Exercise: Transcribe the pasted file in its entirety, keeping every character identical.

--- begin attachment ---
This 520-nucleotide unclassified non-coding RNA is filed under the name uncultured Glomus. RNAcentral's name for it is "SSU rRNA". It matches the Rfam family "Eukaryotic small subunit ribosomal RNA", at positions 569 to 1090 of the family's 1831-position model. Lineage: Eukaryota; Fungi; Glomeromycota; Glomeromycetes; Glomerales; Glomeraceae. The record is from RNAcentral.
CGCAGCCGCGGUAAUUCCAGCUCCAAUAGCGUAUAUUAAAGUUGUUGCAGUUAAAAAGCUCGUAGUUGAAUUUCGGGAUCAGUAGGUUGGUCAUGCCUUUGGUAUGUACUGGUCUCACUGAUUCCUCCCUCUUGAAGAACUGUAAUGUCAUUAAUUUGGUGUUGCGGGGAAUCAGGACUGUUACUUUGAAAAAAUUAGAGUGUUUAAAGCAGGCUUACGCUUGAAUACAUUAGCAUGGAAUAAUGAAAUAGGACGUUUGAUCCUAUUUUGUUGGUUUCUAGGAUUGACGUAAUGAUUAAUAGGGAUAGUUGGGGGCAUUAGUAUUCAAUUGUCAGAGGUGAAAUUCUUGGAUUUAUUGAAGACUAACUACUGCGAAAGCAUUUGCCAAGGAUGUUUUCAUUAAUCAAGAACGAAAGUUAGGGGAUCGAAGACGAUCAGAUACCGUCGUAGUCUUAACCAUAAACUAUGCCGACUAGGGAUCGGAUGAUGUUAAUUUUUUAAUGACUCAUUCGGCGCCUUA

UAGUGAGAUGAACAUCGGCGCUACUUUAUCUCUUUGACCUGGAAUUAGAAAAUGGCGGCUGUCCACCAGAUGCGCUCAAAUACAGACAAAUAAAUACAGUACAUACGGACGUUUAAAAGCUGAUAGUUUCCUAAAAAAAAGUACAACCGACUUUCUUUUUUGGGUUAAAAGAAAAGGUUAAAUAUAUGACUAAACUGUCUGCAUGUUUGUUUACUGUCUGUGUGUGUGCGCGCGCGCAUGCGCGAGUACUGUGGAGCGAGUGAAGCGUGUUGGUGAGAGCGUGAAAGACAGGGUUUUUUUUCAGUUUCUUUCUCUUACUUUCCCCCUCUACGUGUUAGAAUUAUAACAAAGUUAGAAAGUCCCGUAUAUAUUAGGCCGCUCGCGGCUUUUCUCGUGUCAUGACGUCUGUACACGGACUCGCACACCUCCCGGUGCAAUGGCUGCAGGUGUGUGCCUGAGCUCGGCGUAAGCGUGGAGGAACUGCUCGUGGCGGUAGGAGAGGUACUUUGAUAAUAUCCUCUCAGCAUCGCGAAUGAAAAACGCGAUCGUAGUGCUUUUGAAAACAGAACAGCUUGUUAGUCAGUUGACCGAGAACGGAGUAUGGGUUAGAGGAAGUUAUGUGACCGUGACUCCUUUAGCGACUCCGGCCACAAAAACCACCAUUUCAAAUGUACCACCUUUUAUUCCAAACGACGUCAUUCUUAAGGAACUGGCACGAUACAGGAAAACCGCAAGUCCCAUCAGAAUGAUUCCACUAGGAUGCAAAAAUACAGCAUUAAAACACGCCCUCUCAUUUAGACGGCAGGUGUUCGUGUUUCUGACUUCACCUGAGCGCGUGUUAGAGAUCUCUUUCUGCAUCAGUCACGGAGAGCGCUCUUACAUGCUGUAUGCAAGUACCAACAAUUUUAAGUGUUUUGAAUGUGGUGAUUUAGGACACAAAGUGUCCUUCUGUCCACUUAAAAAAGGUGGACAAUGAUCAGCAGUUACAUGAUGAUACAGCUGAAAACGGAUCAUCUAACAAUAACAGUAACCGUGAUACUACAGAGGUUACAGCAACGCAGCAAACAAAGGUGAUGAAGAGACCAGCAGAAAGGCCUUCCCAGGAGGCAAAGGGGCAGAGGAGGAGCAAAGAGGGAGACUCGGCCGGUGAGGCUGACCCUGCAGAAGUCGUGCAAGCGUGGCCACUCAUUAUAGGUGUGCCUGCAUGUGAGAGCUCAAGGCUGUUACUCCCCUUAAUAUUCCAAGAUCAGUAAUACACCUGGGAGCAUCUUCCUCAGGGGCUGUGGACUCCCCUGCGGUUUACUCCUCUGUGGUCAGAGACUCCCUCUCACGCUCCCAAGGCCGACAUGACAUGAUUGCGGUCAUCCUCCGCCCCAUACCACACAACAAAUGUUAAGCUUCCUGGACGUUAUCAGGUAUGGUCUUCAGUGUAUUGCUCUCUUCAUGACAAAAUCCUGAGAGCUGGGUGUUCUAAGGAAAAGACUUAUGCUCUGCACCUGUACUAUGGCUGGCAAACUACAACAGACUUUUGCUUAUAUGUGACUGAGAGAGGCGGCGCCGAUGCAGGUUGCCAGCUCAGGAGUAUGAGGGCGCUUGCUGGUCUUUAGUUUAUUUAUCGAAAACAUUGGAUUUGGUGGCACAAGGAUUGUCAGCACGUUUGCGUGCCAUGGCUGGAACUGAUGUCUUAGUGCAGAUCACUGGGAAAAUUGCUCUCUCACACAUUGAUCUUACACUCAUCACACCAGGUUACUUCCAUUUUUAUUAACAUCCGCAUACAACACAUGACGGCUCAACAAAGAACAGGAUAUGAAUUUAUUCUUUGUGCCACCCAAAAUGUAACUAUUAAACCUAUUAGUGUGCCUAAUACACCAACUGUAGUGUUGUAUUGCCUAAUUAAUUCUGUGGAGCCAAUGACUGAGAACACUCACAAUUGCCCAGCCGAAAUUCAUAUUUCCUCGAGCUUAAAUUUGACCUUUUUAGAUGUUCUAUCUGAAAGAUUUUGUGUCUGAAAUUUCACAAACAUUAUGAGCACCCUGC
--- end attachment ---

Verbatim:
This 520-nucleotide unclassified non-coding RNA is filed under the name uncultured Glomus. RNAcentral's name for it is "SSU rRNA". It matches the Rfam family "Eukaryotic small subunit ribosomal RNA", at positions 569 to 1090 of the family's 1831-position model. Lineage: Eukaryota; Fungi; Glomeromycota; Glomeromycetes; Glomerales; Glomeraceae. The record is from RNAcentral.
CGCAGCCGCGGUAAUUCCAGCUCCAAUAGCGUAUAUUAAAGUUGUUGCAGUUAAAAAGCUCGUAGUUGAAUUUCGGGAUCAGUAGGUUGGUCAUGCCUUUGGUAUGUACUGGUCUCACUGAUUCCUCCCUCUUGAAGAACUGUAAUGUCAUUAAUUUGGUGUUGCGGGGAAUCAGGACUGUUACUUUGAAAAAAUUAGAGUGUUUAAAGCAGGCUUACGCUUGAAUACAUUAGCAUGGAAUAAUGAAAUAGGACGUUUGAUCCUAUUUUGUUGGUUUCUAGGAUUGACGUAAUGAUUAAUAGGGAUAGUUGGGGGCAUUAGUAUUCAAUUGUCAGAGGUGAAAUUCUUGGAUUUAUUGAAGACUAACUACUGCGAAAGCAUUUGCCAAGGAUGUUUUCAUUAAUCAAGAACGAAAGUUAGGGGAUCGAAGACGAUCAGAUACCGUCGUAGUCUUAACCAUAAACUAUGCCGACUAGGGAUCGGAUGAUGUUAAUUUUUUAAUGACUCAUUCGGCGCCUUA

UAGUGAGAUGAACAUCGGCGCUACUUUAUCUCUUUGACCUGGAAUUAGAAAAUGGCGGCUGUCCACCAGAUGCGCUCAAAUACAGACAAAUAAAUACAGUACAUACGGACGUUUAAAAGCUGAUAGUUUCCUAAAAAAAAGUACAACCGACUUUCUUUUUUGGGUUAAAAGAAAAGGUUAAAUAUAUGACUAAACUGUCUGCAUGUUUGUUUACUGUCUGUGUGUGUGCGCGCGCGCAUGCGCGAGUACUGUGGAGCGAGUGAAGCGUGUUGGUGAGAGCGUGAAAGACAGGGUUUUUUUUCAGUUUCUUUCUCUUACUUUCCCCCUCUACGUGUUAGAAUUAUAACAAAGUUAGAAAGUCCCGUAUAUAUUAGGCCGCUCGCGGCUUUUCUCGUGUCAUGACGUCUGUACACGGACUCGCACACCUCCCGGUGCAAUGGCUGCAGGUGUGUGCCUGAGCUCGGCGUAAGCGUGGAGGAACUGCUCGUGGCGGUAGGAGAGGUACUUUGAUAAUAUCCUCUCAGCAUCGCGAAUGAAAAACGCGAUCGUAGUGCUUUUGAAAACAGAACAGCUUGUUAGUCAGUUGACCGAGAACGGAGUAUGGGUUAGAGGAAGUUAUGUGACCGUGACUCCUUUAGCGACUCCGGCCACAAAAACCACCAUUUCAAAUGUACCACCUUUUAUUCCAAACGACGUCAUUCUUAAGGAACUGGCACGAUACAGGAAAACCGCAAGUCCCAUCAGAAUGAUUCCACUAGGAUGCAAAAAUACAGCAUUAAAACACGCCCUCUCAUUUAGACGGCAGGUGUUCGUGUUUCUGACUUCACCUGAGCGCGUGUUAGAGAUCUCUUUCUGCAUCAGUCACGGAGAGCGCUCUUACAUGCUGUAUGCAAGUACCAACAAUUUUAAGUGUUUUGAAUGUGGUGAUUUAGGACACAAAGUGUCCUUCUGUCCACUUAAAAAAGGUGGACAAUGAUCAGCAGUUACAUGAUGAUACAGCUGAAAACGGAUCAUCUAACAAUAACAGUAACCGUGAUACUACAGAGGUUACAGCAACGCAGCAAACAAAGGUGAUGAAGAGACCAGCAGAAAGGCCUUCCCAGGAGGCAAAGGGGCAGAGGAGGAGCAAAGAGGGAGACUCGGCCGGUGAGGCUGACCCUGCAGAAGUCGUGCAAGCGUGGCCACUCAUUAUAGGUGUGCCUGCAUGUGAGAGCUCAAGGCUGUUACUCCCCUUAAUAUUCCAAGAUCAGUAAUACACCUGGGAGCAUCUUCCUCAGGGGCUGUGGACUCCCCUGCGGUUUACUCCUCUGUGGUCAGAGACUCCCUCUCACGCUCCCAAGGCCGACAUGACAUGAUUGCGGUCAUCCUCCGCCCCAUACCACACAACAAAUGUUAAGCUUCCUGGACGUUAUCAGGUAUGGUCUUCAGUGUAUUGCUCUCUUCAUGACAAAAUCCUGAGAGCUGGGUGUUCUAAGGAAAAGACUUAUGCUCUGCACCUGUACUAUGGCUGGCAAACUACAACAGACUUUUGCUUAUAUGUGACUGAGAGAGGCGGCGCCGAUGCAGGUUGCCAGCUCAGGAGUAUGAGGGCGCUUGCUGGUCUUUAGUUUAUUUAUCGAAAACAUUGGAUUUGGUGGCACAAGGAUUGUCAGCACGUUUGCGUGCCAUGGCUGGAACUGAUGUCUUAGUGCAGAUCACUGGGAAAAUUGCUCUCUCACACAUUGAUCUUACACUCAUCACACCAGGUUACUUCCAUUUUUAUUAACAUCCGCAUACAACACAUGACGGCUCAACAAAGAACAGGAUAUGAAUUUAUUCUUUGUGCCACCCAAAAUGUAACUAUUAAACCUAUUAGUGUGCCUAAUACACCAACUGUAGUGUUGUAUUGCCUAAUUAAUUCUGUGGAGCCAAUGACUGAGAACACUCACAAUUGCCCAGCCGAAAUUCAUAUUUCCUCGAGCUUAAAUUUGACCUUUUUAGAUGUUCUAUCUGAAAGAUUUUGUGUCUGAAAUUUCACAAACAUUAUGAGCACCCUGC